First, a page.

aftermath of NaNoWriMo so I'm going to try to keep this post short. Yea, I know. My chances aren't high. Still, I'm going to make the attempt.
There's something I said at Fictorians that I wanted to spend a bit more time with here. For the full story, check out the Fictorians post here. The short version is I've seen stories where the writer's unwillingness to trim out the fat i.e. his "darlings" (those bits that while the writer loves them don't advance plot or character) have poisoned the entire story and made it unpalatable. I've seen this tendency to keep "darlings" in stories I've rejected at Flash Fiction Online as well.
Stephen King coined the phrase "kill your darlings" in On Writing. For this we all owe him a debt. But, killing our darlings isn't easy. The first step in the process is identifying a "darling."
So, how do you know when something is a "darling" to be killed rather than a bit that needs reworking?
For me, there are three ways I know a section, or an entire story, is a "darling."
1. The section doesn't advance plot or character, or is misplaced.
These are the "darlings" you hope to discovery on your first editing pass. Sometimes they are hard to pick out though. You may have a scene characters walking around a bazaar to set the place. If that's all the characters are doing though, the scene may really be a darling. The scene could be saved by showing character - what the point of view character notices - or somehow advances the plot by giving the reader a hint he might not realize at the time. I find my "darlings" tend to be more like "in jokes", funny to those who know, but incomprehensible to the rest of your readers.
In the play I mentioned in my Fictorian's post, I remember a "darling" where the main character's (a writer) characters were trying to figure out what an item was. The payoff for the scene was a bad pun. From a technical stand point, the scene is a good example of how point of view affects a story. From a storytelling point, the scene was a disaster as the joke didn't advance the arc in the play. It needed to be deleted even though more than 20 years later, I can still remember it.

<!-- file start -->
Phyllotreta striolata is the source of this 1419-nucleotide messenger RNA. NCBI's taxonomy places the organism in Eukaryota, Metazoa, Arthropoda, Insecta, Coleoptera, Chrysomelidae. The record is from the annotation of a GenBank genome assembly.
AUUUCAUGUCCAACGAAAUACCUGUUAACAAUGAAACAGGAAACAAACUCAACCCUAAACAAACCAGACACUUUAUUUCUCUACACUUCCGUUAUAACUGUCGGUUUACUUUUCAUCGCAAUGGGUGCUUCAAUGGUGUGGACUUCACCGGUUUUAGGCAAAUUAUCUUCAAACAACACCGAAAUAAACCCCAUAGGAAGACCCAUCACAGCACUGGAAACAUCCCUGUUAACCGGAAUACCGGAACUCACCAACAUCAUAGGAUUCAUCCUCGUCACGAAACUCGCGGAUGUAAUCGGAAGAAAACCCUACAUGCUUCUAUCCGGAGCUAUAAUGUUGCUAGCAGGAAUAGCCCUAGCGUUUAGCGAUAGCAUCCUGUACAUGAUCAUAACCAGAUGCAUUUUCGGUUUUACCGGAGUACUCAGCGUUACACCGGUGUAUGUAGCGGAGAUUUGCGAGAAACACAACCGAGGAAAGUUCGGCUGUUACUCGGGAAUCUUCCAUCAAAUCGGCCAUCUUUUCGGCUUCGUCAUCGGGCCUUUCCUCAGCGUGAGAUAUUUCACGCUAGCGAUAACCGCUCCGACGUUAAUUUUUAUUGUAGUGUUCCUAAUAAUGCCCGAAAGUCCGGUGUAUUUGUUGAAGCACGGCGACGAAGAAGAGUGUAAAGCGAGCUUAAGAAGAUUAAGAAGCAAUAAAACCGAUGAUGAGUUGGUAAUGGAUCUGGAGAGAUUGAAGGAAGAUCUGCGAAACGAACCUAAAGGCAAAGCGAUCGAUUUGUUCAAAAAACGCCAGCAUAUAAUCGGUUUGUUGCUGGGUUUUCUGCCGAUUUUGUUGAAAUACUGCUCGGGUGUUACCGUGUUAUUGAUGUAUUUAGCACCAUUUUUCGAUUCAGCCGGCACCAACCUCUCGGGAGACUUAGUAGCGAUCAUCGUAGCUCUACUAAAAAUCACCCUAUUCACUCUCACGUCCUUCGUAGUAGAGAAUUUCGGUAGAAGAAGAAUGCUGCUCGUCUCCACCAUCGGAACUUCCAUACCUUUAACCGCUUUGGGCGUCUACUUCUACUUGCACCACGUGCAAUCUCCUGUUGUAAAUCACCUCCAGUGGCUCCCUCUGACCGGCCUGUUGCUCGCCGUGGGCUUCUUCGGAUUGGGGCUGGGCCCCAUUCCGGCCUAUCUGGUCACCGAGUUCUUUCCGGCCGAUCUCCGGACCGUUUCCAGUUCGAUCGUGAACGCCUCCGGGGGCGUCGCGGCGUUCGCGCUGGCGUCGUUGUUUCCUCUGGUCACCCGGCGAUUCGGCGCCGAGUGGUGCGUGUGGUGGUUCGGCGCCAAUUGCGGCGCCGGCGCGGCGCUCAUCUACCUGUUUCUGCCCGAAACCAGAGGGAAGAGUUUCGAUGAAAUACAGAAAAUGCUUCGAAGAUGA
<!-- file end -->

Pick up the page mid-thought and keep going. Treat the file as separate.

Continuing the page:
Clever turns of phrases also fall into this slot. The image might be vivid, but if it's in the wrong spot, it's a "darling" that needs to be killed. As an example the phrase "threw it away from her like last week's rotten fish" is evocative but it doesn't belong in a love scene where the main character rips off her boyfriend's shirt and hurls it across the room.
2. The section doesn't fit into any plot box.
I've written about the Hollywood formula, but in essence, the "formula" states that to bring the viewer a satisfying story, that story must hit certain "beats" and turning points. Some of these points are the "bad guys close in" and "all is lost" moments. If I can't name the beat the scene is serving, it is probably a "darling."
3. My readers' feedback is "hu?" or many people note a problem with the section.
Beta readers are invaluable. Sometimes the best feedback a reader can give you is "hu?" A "hu" means either your writing wasn't clear or the reader doesn't understand why the scene is in the story. The second is a "darling" that must be killed.
If a number of your readers are calling your attention to a particular section, you have a problem there. While the reader might not be able to articulate the problem, those sections need to be scrutinize. If the problem is that the section is a "darling" you may need to kill it.
I had several of these "darlings" in Kalypso's Song, published in Shots at Remdemption. This story started as an experiment. I wanted to see if I could keep the feel of a Homerian story in a contemporary romance. I read about thirty different translations of the Odyssey, many of which were in the public domain to get the feel of the style. Yet, as I got feedback, the sections where I most closely imitated the Homerian-era voice were the ones were I received complains of being too "purple." Despite the fact that those bits were the ones I was the most proud of, I cut them because the were hurting my story.
"Killing your darlings" isn't easy. But it's necessary. I hope my guidelines for ferreting out "darlings" help make your writing strong.